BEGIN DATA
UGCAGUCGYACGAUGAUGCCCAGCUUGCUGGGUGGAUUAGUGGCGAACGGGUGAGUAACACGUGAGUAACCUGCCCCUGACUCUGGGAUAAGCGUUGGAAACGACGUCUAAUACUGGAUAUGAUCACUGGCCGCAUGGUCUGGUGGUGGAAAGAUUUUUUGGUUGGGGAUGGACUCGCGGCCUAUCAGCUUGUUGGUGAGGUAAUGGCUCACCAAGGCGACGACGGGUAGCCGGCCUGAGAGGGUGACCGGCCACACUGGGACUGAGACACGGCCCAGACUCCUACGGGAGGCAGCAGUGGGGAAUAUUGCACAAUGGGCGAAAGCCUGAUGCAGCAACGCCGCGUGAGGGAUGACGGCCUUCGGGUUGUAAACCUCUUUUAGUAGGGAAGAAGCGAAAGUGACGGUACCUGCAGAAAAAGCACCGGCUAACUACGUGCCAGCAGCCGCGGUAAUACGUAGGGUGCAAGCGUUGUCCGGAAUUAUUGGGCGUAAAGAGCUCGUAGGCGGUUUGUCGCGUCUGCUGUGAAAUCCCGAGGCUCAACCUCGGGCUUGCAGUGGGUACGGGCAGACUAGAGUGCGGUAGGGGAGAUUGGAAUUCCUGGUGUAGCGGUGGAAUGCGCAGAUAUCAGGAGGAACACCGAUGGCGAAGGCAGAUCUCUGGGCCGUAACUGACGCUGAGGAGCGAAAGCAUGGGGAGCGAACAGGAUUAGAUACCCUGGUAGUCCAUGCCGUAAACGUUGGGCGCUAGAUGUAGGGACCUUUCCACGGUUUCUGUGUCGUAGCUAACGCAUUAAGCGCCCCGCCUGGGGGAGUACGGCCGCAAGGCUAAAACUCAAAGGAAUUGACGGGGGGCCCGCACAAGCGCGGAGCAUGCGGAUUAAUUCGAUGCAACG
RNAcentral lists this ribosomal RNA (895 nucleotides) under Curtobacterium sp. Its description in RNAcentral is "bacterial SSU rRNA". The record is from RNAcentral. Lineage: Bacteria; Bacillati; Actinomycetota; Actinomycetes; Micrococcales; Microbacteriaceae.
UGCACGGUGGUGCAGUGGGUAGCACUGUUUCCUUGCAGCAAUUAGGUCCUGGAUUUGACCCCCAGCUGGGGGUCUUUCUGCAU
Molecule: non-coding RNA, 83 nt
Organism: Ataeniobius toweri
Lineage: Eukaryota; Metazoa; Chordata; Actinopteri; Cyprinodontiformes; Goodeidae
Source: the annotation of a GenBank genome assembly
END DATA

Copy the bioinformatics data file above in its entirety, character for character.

UGCAGUCGYACGAUGAUGCCCAGCUUGCUGGGUGGAUUAGUGGCGAACGGGUGAGUAACACGUGAGUAACCUGCCCCUGACUCUGGGAUAAGCGUUGGAAACGACGUCUAAUACUGGAUAUGAUCACUGGCCGCAUGGUCUGGUGGUGGAAAGAUUUUUUGGUUGGGGAUGGACUCGCGGCCUAUCAGCUUGUUGGUGAGGUAAUGGCUCACCAAGGCGACGACGGGUAGCCGGCCUGAGAGGGUGACCGGCCACACUGGGACUGAGACACGGCCCAGACUCCUACGGGAGGCAGCAGUGGGGAAUAUUGCACAAUGGGCGAAAGCCUGAUGCAGCAACGCCGCGUGAGGGAUGACGGCCUUCGGGUUGUAAACCUCUUUUAGUAGGGAAGAAGCGAAAGUGACGGUACCUGCAGAAAAAGCACCGGCUAACUACGUGCCAGCAGCCGCGGUAAUACGUAGGGUGCAAGCGUUGUCCGGAAUUAUUGGGCGUAAAGAGCUCGUAGGCGGUUUGUCGCGUCUGCUGUGAAAUCCCGAGGCUCAACCUCGGGCUUGCAGUGGGUACGGGCAGACUAGAGUGCGGUAGGGGAGAUUGGAAUUCCUGGUGUAGCGGUGGAAUGCGCAGAUAUCAGGAGGAACACCGAUGGCGAAGGCAGAUCUCUGGGCCGUAACUGACGCUGAGGAGCGAAAGCAUGGGGAGCGAACAGGAUUAGAUACCCUGGUAGUCCAUGCCGUAAACGUUGGGCGCUAGAUGUAGGGACCUUUCCACGGUUUCUGUGUCGUAGCUAACGCAUUAAGCGCCCCGCCUGGGGGAGUACGGCCGCAAGGCUAAAACUCAAAGGAAUUGACGGGGGGCCCGCACAAGCGCGGAGCAUGCGGAUUAAUUCGAUGCAACG
RNAcentral lists this ribosomal RNA (895 nucleotides) under Curtobacterium sp. Its description in RNAcentral is "bacterial SSU rRNA". The record is from RNAcentral. Lineage: Bacteria; Bacillati; Actinomycetota; Actinomycetes; Micrococcales; Microbacteriaceae.
UGCACGGUGGUGCAGUGGGUAGCACUGUUUCCUUGCAGCAAUUAGGUCCUGGAUUUGACCCCCAGCUGGGGGUCUUUCUGCAU
Molecule: non-coding RNA, 83 nt
Organism: Ataeniobius toweri
Lineage: Eukaryota; Metazoa; Chordata; Actinopteri; Cyprinodontiformes; Goodeidae
Source: the annotation of a GenBank genome assembly